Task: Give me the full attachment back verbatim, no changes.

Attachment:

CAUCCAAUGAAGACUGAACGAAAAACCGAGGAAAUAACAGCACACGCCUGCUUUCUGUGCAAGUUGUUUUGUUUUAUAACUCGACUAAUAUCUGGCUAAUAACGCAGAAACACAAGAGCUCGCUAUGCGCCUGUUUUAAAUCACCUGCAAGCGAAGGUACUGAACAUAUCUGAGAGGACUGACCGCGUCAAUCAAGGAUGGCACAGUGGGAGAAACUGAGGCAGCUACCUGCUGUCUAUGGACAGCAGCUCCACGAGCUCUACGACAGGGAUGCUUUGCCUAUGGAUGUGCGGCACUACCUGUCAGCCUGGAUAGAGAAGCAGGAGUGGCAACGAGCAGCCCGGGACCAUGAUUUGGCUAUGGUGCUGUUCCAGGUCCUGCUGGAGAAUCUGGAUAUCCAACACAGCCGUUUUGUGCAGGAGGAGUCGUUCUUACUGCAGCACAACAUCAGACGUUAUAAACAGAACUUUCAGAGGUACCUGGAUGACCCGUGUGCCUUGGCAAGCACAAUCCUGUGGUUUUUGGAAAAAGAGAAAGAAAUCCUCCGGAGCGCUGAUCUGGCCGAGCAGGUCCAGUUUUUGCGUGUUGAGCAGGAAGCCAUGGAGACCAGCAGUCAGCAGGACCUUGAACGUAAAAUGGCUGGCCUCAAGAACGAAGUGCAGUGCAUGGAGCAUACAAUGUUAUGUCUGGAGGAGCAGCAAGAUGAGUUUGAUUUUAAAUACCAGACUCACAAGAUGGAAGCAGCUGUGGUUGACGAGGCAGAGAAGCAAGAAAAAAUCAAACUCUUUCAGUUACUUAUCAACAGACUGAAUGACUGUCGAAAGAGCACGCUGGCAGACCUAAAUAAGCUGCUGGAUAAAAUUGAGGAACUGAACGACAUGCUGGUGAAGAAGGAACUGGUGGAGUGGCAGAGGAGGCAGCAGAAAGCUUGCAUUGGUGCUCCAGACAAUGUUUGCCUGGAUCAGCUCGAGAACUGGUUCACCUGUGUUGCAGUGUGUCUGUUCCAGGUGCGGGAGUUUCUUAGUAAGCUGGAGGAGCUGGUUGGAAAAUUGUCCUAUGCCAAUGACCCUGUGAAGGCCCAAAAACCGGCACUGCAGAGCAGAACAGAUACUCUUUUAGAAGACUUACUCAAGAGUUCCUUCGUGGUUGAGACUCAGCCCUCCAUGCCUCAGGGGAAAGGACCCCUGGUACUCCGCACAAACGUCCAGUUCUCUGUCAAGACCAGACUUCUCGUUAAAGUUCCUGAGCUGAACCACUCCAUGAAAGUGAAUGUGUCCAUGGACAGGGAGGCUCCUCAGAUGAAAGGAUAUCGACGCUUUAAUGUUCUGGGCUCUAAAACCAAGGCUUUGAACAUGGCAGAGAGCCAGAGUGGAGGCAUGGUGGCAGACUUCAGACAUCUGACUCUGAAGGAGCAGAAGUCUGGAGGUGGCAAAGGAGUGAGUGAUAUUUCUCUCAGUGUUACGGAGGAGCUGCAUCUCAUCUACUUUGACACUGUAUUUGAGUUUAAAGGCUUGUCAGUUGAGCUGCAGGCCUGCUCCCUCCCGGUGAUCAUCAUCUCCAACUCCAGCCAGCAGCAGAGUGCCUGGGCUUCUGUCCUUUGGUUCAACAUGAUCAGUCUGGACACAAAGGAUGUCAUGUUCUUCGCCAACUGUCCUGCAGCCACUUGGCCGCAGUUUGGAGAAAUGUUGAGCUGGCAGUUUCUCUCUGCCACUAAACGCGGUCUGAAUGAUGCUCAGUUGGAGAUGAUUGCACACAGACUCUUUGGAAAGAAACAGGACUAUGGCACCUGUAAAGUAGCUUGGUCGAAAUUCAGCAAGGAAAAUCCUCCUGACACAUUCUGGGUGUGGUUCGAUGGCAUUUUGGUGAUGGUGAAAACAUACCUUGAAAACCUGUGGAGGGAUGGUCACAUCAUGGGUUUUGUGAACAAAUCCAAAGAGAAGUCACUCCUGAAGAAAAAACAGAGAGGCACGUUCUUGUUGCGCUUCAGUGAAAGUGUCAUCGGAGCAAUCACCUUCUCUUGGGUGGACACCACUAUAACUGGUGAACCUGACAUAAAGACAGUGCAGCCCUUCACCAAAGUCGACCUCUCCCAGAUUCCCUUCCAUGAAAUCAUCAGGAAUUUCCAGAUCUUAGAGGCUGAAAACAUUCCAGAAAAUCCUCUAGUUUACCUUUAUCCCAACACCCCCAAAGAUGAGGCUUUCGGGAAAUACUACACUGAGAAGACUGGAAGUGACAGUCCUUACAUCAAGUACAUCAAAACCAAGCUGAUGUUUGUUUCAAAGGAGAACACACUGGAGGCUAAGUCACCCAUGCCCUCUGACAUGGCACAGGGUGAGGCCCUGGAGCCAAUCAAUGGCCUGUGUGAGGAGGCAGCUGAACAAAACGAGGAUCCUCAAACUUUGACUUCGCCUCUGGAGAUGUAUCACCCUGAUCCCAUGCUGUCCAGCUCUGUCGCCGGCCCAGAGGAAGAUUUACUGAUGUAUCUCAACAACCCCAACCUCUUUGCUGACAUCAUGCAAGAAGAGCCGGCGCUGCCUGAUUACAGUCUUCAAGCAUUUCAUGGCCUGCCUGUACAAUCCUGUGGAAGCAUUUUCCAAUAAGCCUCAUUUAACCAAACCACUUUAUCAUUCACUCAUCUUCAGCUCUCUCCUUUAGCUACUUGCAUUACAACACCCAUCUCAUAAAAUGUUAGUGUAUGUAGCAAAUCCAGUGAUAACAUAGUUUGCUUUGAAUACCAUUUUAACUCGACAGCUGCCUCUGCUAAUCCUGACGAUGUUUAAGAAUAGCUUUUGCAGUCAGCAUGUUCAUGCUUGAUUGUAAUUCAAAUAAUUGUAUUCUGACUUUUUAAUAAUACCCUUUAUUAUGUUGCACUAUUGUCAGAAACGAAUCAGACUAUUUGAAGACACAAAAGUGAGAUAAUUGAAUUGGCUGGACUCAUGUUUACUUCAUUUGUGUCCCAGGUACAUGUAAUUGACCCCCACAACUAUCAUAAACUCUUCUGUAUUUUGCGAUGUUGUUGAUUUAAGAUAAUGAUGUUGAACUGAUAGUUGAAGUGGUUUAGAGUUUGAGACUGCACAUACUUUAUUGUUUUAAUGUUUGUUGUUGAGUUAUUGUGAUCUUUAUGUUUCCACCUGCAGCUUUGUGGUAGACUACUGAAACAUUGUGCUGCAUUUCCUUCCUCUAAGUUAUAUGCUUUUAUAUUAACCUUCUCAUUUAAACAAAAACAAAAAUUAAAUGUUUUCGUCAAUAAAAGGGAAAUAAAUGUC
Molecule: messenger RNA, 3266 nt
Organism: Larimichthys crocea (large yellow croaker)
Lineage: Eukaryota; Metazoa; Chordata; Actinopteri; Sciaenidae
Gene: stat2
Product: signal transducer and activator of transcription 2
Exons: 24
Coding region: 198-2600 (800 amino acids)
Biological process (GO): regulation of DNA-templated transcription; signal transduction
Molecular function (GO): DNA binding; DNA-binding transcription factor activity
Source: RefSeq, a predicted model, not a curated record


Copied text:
CAUCCAAUGAAGACUGAACGAAAAACCGAGGAAAUAACAGCACACGCCUGCUUUCUGUGCAAGUUGUUUUGUUUUAUAACUCGACUAAUAUCUGGCUAAUAACGCAGAAACACAAGAGCUCGCUAUGCGCCUGUUUUAAAUCACCUGCAAGCGAAGGUACUGAACAUAUCUGAGAGGACUGACCGCGUCAAUCAAGGAUGGCACAGUGGGAGAAACUGAGGCAGCUACCUGCUGUCUAUGGACAGCAGCUCCACGAGCUCUACGACAGGGAUGCUUUGCCUAUGGAUGUGCGGCACUACCUGUCAGCCUGGAUAGAGAAGCAGGAGUGGCAACGAGCAGCCCGGGACCAUGAUUUGGCUAUGGUGCUGUUCCAGGUCCUGCUGGAGAAUCUGGAUAUCCAACACAGCCGUUUUGUGCAGGAGGAGUCGUUCUUACUGCAGCACAACAUCAGACGUUAUAAACAGAACUUUCAGAGGUACCUGGAUGACCCGUGUGCCUUGGCAAGCACAAUCCUGUGGUUUUUGGAAAAAGAGAAAGAAAUCCUCCGGAGCGCUGAUCUGGCCGAGCAGGUCCAGUUUUUGCGUGUUGAGCAGGAAGCCAUGGAGACCAGCAGUCAGCAGGACCUUGAACGUAAAAUGGCUGGCCUCAAGAACGAAGUGCAGUGCAUGGAGCAUACAAUGUUAUGUCUGGAGGAGCAGCAAGAUGAGUUUGAUUUUAAAUACCAGACUCACAAGAUGGAAGCAGCUGUGGUUGACGAGGCAGAGAAGCAAGAAAAAAUCAAACUCUUUCAGUUACUUAUCAACAGACUGAAUGACUGUCGAAAGAGCACGCUGGCAGACCUAAAUAAGCUGCUGGAUAAAAUUGAGGAACUGAACGACAUGCUGGUGAAGAAGGAACUGGUGGAGUGGCAGAGGAGGCAGCAGAAAGCUUGCAUUGGUGCUCCAGACAAUGUUUGCCUGGAUCAGCUCGAGAACUGGUUCACCUGUGUUGCAGUGUGUCUGUUCCAGGUGCGGGAGUUUCUUAGUAAGCUGGAGGAGCUGGUUGGAAAAUUGUCCUAUGCCAAUGACCCUGUGAAGGCCCAAAAACCGGCACUGCAGAGCAGAACAGAUACUCUUUUAGAAGACUUACUCAAGAGUUCCUUCGUGGUUGAGACUCAGCCCUCCAUGCCUCAGGGGAAAGGACCCCUGGUACUCCGCACAAACGUCCAGUUCUCUGUCAAGACCAGACUUCUCGUUAAAGUUCCUGAGCUGAACCACUCCAUGAAAGUGAAUGUGUCCAUGGACAGGGAGGCUCCUCAGAUGAAAGGAUAUCGACGCUUUAAUGUUCUGGGCUCUAAAACCAAGGCUUUGAACAUGGCAGAGAGCCAGAGUGGAGGCAUGGUGGCAGACUUCAGACAUCUGACUCUGAAGGAGCAGAAGUCUGGAGGUGGCAAAGGAGUGAGUGAUAUUUCUCUCAGUGUUACGGAGGAGCUGCAUCUCAUCUACUUUGACACUGUAUUUGAGUUUAAAGGCUUGUCAGUUGAGCUGCAGGCCUGCUCCCUCCCGGUGAUCAUCAUCUCCAACUCCAGCCAGCAGCAGAGUGCCUGGGCUUCUGUCCUUUGGUUCAACAUGAUCAGUCUGGACACAAAGGAUGUCAUGUUCUUCGCCAACUGUCCUGCAGCCACUUGGCCGCAGUUUGGAGAAAUGUUGAGCUGGCAGUUUCUCUCUGCCACUAAACGCGGUCUGAAUGAUGCUCAGUUGGAGAUGAUUGCACACAGACUCUUUGGAAAGAAACAGGACUAUGGCACCUGUAAAGUAGCUUGGUCGAAAUUCAGCAAGGAAAAUCCUCCUGACACAUUCUGGGUGUGGUUCGAUGGCAUUUUGGUGAUGGUGAAAACAUACCUUGAAAACCUGUGGAGGGAUGGUCACAUCAUGGGUUUUGUGAACAAAUCCAAAGAGAAGUCACUCCUGAAGAAAAAACAGAGAGGCACGUUCUUGUUGCGCUUCAGUGAAAGUGUCAUCGGAGCAAUCACCUUCUCUUGGGUGGACACCACUAUAACUGGUGAACCUGACAUAAAGACAGUGCAGCCCUUCACCAAAGUCGACCUCUCCCAGAUUCCCUUCCAUGAAAUCAUCAGGAAUUUCCAGAUCUUAGAGGCUGAAAACAUUCCAGAAAAUCCUCUAGUUUACCUUUAUCCCAACACCCCCAAAGAUGAGGCUUUCGGGAAAUACUACACUGAGAAGACUGGAAGUGACAGUCCUUACAUCAAGUACAUCAAAACCAAGCUGAUGUUUGUUUCAAAGGAGAACACACUGGAGGCUAAGUCACCCAUGCCCUCUGACAUGGCACAGGGUGAGGCCCUGGAGCCAAUCAAUGGCCUGUGUGAGGAGGCAGCUGAACAAAACGAGGAUCCUCAAACUUUGACUUCGCCUCUGGAGAUGUAUCACCCUGAUCCCAUGCUGUCCAGCUCUGUCGCCGGCCCAGAGGAAGAUUUACUGAUGUAUCUCAACAACCCCAACCUCUUUGCUGACAUCAUGCAAGAAGAGCCGGCGCUGCCUGAUUACAGUCUUCAAGCAUUUCAUGGCCUGCCUGUACAAUCCUGUGGAAGCAUUUUCCAAUAAGCCUCAUUUAACCAAACCACUUUAUCAUUCACUCAUCUUCAGCUCUCUCCUUUAGCUACUUGCAUUACAACACCCAUCUCAUAAAAUGUUAGUGUAUGUAGCAAAUCCAGUGAUAACAUAGUUUGCUUUGAAUACCAUUUUAACUCGACAGCUGCCUCUGCUAAUCCUGACGAUGUUUAAGAAUAGCUUUUGCAGUCAGCAUGUUCAUGCUUGAUUGUAAUUCAAAUAAUUGUAUUCUGACUUUUUAAUAAUACCCUUUAUUAUGUUGCACUAUUGUCAGAAACGAAUCAGACUAUUUGAAGACACAAAAGUGAGAUAAUUGAAUUGGCUGGACUCAUGUUUACUUCAUUUGUGUCCCAGGUACAUGUAAUUGACCCCCACAACUAUCAUAAACUCUUCUGUAUUUUGCGAUGUUGUUGAUUUAAGAUAAUGAUGUUGAACUGAUAGUUGAAGUGGUUUAGAGUUUGAGACUGCACAUACUUUAUUGUUUUAAUGUUUGUUGUUGAGUUAUUGUGAUCUUUAUGUUUCCACCUGCAGCUUUGUGGUAGACUACUGAAACAUUGUGCUGCAUUUCCUUCCUCUAAGUUAUAUGCUUUUAUAUUAACCUUCUCAUUUAAACAAAAACAAAAAUUAAAUGUUUUCGUCAAUAAAAGGGAAAUAAAUGUC
Molecule: messenger RNA, 3266 nt
Organism: Larimichthys crocea (large yellow croaker)
Lineage: Eukaryota; Metazoa; Chordata; Actinopteri; Sciaenidae
Gene: stat2
Product: signal transducer and activator of transcription 2
Exons: 24
Coding region: 198-2600 (800 amino acids)
Biological process (GO): regulation of DNA-templated transcription; signal transduction
Molecular function (GO): DNA binding; DNA-binding transcription factor activity
Source: RefSeq, a predicted model, not a curated record